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Andre Ward weighing 199, says he has something special coming

Andre Ward


By Allan Fox: Andre ‘SOG’ Ward (32-0, 16 KOs) is hinting that he may be making a comeback soon at cruiserweight or heavyweight. The 33-year-old Ward revealed on Wednesday that he’s weighing 199 pounds now, and that’s working on something.

It might not be a good idea for Ward to face the winner of the World Boxing Super Series cruiserweight tournament. There likely wouldn’t be a lot of money for Ward compared to the kind of revenue that can be made fighting the likes of heavyweight Anthony Joshua.

If Ward goes the cruiserweight route, he would likely face the winner of the WBSS tournament, which is expected to be Aleksandr Usyk. Even if it’s someone else like Murat Gassiev or Yunier Dorticos, those would be very tough opponents for Ward to face. They hit incredibly hard, and they’re more dangerous than Sergey Kovalev, who Ward has recently beaten twice in his last 2 fights. Gassiev and Dorticos would have a good chance of knocking Ward out. Usyk would likely out-box Ward and possibly make him quit at some point.

It’s been 7 months since Ward defeated Sergey Kovalev by a controversial 8th round knockout on June 17th in their rematch in Las Vegas, Nevada. That was the infamous low blow stoppage in which Ward appeared to hit Kovalev with 3 consecutive low blows that led to the referee Tony Weeks stopping the fight and giving Ward a win. Weeks chose not to review the replay of the knockout for some reason despite many of the boxing fans appearing restless and confused about why he hadn’t penalized Ward or at least given Kovalev a timeout to recover from the apparent low blows.

”Weighed in last night at 199 lbs. All 💪🏽 I promise !! I been working,” said Ward on his social media site.

It’s unclear how much interest there would be from the boxing public in seeing Ward fight heavyweight champion Anthony Joshua or the winner of the WBSS cruiserweight tournament. Ward is well-known in the UK, and he has some boxing fans over there. They might want to pay to see Ward and Joshua fight on Sky Box Office. In the U.S. though, it’s doubtful that Ward vs. the WBSS tournament would sell.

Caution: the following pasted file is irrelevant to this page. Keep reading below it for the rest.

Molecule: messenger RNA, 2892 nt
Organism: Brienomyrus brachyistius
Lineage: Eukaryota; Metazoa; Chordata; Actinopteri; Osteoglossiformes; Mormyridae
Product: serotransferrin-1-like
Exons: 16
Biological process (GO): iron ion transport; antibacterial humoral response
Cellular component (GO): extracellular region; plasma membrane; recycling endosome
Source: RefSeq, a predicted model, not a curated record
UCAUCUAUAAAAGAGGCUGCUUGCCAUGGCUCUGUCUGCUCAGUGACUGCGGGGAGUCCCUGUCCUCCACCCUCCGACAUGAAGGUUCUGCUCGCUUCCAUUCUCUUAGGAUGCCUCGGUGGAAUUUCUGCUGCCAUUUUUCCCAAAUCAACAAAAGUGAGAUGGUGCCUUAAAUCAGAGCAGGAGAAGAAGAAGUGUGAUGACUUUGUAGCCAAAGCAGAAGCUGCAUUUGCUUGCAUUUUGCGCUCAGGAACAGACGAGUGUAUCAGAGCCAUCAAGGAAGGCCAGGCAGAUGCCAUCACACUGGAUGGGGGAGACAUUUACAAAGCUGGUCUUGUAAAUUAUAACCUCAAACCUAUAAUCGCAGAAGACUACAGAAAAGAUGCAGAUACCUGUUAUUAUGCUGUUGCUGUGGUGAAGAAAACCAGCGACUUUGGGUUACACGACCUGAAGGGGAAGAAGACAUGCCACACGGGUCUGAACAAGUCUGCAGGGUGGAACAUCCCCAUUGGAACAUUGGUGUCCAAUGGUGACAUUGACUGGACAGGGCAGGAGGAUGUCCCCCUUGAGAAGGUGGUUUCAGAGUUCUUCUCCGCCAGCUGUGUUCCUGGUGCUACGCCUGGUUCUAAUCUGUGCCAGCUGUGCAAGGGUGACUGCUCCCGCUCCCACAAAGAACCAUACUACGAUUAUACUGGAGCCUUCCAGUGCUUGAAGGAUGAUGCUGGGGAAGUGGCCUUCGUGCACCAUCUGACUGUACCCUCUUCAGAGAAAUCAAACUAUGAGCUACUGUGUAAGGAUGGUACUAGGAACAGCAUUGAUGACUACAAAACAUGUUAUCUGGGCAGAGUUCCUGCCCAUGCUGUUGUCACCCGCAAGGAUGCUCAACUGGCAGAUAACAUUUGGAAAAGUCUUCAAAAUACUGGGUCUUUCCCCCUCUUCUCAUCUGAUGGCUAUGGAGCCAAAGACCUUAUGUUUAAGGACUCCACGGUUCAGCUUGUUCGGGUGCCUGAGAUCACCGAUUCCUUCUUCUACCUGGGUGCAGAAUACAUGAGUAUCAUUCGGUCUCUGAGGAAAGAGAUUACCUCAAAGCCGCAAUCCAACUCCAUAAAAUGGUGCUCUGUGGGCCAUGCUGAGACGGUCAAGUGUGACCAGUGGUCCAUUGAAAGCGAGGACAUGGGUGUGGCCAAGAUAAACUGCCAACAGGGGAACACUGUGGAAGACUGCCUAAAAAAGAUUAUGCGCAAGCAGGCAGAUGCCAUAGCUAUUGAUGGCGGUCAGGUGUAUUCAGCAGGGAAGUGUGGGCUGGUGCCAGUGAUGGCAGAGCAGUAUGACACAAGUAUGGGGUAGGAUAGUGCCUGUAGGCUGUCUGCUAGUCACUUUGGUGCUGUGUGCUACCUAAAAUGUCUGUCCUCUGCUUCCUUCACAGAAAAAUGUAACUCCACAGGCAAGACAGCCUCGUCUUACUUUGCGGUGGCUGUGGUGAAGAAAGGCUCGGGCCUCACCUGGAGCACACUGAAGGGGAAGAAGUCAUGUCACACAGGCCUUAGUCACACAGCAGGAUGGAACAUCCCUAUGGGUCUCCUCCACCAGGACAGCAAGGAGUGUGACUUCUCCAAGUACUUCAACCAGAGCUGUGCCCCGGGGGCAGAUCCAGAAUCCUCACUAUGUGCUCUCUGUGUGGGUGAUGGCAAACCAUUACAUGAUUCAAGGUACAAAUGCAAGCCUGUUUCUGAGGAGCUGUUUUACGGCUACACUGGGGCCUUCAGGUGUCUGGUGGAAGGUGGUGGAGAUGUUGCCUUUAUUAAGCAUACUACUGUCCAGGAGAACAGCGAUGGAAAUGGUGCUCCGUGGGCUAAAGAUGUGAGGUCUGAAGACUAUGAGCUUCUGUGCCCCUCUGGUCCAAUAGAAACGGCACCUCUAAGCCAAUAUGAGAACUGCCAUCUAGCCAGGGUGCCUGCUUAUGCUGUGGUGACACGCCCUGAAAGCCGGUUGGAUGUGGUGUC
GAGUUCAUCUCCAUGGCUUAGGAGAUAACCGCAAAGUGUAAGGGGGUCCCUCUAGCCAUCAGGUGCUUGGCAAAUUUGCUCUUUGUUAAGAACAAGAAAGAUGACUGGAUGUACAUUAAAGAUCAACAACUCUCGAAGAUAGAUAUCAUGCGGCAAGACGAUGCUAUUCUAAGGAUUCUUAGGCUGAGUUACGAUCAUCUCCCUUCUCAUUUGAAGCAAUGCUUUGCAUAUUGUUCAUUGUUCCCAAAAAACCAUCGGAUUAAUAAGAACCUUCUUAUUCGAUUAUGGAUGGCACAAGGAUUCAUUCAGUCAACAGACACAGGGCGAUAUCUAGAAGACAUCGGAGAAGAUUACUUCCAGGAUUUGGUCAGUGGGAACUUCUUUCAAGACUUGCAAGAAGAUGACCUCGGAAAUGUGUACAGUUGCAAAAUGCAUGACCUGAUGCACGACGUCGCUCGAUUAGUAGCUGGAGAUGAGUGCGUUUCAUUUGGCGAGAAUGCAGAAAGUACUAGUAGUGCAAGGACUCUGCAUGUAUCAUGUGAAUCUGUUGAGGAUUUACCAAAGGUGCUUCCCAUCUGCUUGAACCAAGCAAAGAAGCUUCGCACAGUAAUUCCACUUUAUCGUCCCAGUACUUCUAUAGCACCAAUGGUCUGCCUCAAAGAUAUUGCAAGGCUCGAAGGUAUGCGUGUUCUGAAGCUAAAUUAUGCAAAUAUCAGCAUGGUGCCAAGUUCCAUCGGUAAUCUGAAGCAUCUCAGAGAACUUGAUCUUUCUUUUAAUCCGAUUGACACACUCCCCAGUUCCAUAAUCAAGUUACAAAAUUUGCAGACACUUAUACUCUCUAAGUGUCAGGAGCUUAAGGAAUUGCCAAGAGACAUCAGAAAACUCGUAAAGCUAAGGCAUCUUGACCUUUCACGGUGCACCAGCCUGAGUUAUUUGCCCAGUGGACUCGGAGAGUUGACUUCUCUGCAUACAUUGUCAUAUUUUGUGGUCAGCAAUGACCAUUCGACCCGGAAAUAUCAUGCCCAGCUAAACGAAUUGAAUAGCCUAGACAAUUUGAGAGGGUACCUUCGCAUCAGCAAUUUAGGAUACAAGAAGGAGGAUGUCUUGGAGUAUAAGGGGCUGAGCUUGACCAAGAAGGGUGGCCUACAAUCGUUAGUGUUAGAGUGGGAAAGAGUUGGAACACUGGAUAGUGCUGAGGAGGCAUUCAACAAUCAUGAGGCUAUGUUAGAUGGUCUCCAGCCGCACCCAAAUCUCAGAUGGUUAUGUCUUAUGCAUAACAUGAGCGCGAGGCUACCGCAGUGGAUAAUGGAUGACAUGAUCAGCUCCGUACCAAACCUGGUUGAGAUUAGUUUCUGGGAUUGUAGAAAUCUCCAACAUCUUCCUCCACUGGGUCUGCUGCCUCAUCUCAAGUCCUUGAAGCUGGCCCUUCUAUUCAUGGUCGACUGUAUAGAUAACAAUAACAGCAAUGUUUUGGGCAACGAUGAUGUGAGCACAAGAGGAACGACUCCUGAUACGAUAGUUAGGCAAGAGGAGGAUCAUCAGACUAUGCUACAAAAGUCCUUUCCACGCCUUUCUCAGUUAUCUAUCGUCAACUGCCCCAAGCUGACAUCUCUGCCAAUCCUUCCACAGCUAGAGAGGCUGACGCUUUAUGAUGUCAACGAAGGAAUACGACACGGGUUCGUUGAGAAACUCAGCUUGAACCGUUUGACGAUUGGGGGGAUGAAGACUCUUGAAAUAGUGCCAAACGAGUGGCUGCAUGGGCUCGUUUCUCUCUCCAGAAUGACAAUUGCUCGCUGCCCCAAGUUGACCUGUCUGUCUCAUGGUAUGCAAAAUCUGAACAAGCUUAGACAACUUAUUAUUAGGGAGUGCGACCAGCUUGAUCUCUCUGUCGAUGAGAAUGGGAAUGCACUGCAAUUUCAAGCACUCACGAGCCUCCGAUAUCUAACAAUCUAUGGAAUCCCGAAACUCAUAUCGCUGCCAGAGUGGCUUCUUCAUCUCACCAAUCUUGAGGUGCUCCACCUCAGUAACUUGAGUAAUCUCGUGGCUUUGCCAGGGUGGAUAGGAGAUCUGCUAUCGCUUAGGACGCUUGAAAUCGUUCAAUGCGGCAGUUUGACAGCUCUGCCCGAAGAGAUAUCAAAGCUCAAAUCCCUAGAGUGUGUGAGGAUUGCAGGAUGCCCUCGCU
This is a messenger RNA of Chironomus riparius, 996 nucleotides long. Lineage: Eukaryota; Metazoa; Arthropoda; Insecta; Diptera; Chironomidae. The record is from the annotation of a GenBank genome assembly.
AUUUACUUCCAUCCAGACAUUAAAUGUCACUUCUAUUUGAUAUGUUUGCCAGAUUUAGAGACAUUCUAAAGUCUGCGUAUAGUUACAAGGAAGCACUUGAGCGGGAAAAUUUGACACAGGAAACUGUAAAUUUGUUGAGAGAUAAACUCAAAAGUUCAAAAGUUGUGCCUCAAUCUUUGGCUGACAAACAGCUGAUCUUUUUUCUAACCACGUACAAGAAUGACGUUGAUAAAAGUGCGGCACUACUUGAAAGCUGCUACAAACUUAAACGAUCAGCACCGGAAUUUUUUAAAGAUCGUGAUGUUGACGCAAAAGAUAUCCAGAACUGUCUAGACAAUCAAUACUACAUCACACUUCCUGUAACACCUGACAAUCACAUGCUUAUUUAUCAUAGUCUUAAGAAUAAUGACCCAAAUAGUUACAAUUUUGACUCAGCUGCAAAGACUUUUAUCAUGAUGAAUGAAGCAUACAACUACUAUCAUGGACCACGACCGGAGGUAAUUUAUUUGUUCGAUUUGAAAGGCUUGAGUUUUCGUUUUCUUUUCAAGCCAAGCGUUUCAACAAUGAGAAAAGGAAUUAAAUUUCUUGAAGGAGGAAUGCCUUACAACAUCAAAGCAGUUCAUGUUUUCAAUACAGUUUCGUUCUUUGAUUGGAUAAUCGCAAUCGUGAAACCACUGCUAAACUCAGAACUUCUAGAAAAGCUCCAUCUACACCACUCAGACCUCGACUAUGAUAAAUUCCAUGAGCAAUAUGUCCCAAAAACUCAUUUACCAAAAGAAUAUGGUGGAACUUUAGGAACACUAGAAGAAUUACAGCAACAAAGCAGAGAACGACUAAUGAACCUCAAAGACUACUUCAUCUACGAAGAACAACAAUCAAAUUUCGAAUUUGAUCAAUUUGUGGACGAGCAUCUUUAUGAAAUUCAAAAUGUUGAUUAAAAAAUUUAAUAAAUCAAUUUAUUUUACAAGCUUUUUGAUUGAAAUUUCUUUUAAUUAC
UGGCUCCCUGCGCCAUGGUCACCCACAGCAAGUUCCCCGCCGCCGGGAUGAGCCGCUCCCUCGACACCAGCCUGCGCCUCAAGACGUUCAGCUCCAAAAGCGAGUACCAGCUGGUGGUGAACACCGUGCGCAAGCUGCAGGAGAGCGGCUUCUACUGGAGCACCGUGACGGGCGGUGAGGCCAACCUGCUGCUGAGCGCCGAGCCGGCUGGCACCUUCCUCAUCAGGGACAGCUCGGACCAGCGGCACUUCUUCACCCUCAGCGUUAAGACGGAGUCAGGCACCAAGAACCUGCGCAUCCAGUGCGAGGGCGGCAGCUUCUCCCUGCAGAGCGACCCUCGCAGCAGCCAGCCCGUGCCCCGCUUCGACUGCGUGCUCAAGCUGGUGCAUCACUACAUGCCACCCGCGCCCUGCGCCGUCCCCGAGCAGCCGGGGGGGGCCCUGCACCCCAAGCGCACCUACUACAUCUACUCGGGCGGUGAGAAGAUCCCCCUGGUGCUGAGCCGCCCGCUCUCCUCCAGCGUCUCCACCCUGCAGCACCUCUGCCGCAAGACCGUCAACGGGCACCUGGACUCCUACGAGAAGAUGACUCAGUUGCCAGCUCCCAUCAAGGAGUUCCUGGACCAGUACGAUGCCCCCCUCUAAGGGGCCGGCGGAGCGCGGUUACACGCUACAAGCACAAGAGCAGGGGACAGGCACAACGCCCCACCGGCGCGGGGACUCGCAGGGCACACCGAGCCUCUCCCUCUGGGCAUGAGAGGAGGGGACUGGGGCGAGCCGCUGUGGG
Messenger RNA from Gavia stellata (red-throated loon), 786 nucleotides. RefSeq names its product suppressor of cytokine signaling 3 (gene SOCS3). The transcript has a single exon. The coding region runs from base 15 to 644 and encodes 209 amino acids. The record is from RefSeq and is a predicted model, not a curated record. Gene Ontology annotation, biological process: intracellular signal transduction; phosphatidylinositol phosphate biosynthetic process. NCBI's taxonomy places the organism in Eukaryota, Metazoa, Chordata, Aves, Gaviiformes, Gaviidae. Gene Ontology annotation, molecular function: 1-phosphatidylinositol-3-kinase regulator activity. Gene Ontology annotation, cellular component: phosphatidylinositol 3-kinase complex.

If Ward has decided to move up to heavyweight, he could be interested in getting a big payday title shot against IBF/WBA heavyweight champion Anthony Joshua. There’s big money to be made in fighting the highly popular Joshua. Ward wouldn’t even need to become the mandatory challenger for Joshua for him to make a tremendous about of money fighting him. Joshua’s March 31st opponent WBO heavyweight champion Joseph Parker will be getting a minimum of $12 million for the fight. Ward can make some big bucks if he can get a fight against Joshua, and he probably wouldn’t even have to earn the title shot by beating a good contender to show that he’s a credible opponent. Joshua’s promoter Eddie Hearn might like the idea of having him fight the former 2-division world champion and put the fight together straightaway.

If Ward does come back, it would be good to see him at least try and prove himself in whatever weight division that he fights at. If Ward is given a title shot right away against Usyk or Joshua, it’ll look like an event fight rather than a real one, because he wouldn’t have much of any chance whatsoever against either of those fighters. The last thing boxing needs is more event fights like we saw with the Floyd Mayweather Jr. vs. Conor McGregor fight last August. If Ward is going to fight for a world title at cruiserweight or heavyweight, he should at least have to earn the fight somewhat by beating a top contender for the title shot. If Ward is going to fight at cruiserweight, he should have to beat the loser of the World Boxing Super Series cruiserweight finals. That could be one of these guys: Gassiev, Dorticos, Usyk or Briedis. I wouldn’t like Ward’s chances of beating any of those guys. But at least if Ward fought one of them to earn the title shot, he wouldn’t look like he’s being shown favoritism by getting a crack at a world title right away at cruiserweight.

A lot of boxing fans would be satisfied with seeing Ward stay at 175 and facing one of the champions like Artur Beterbiev, Adonis Stevenson or Dmitry Bivol. Ward against any of those guys would make for interesting fights. Kovalev obviously would be a poor choice for Ward, because he clearly has the Russian fighter’s number, even though both of their fights were controversial. Ward appeared to lose the first fight against Kovalev in November 2016, but he was given a questionable 12 round unanimous decision in Las Vegas. As I mentioned, the Ward-Kovalev 2 rematch was equally controversial with Ward appearing to hit Kovalev with 3 consecutive low blows in the 8th round, which led to the referee stopping the fight.


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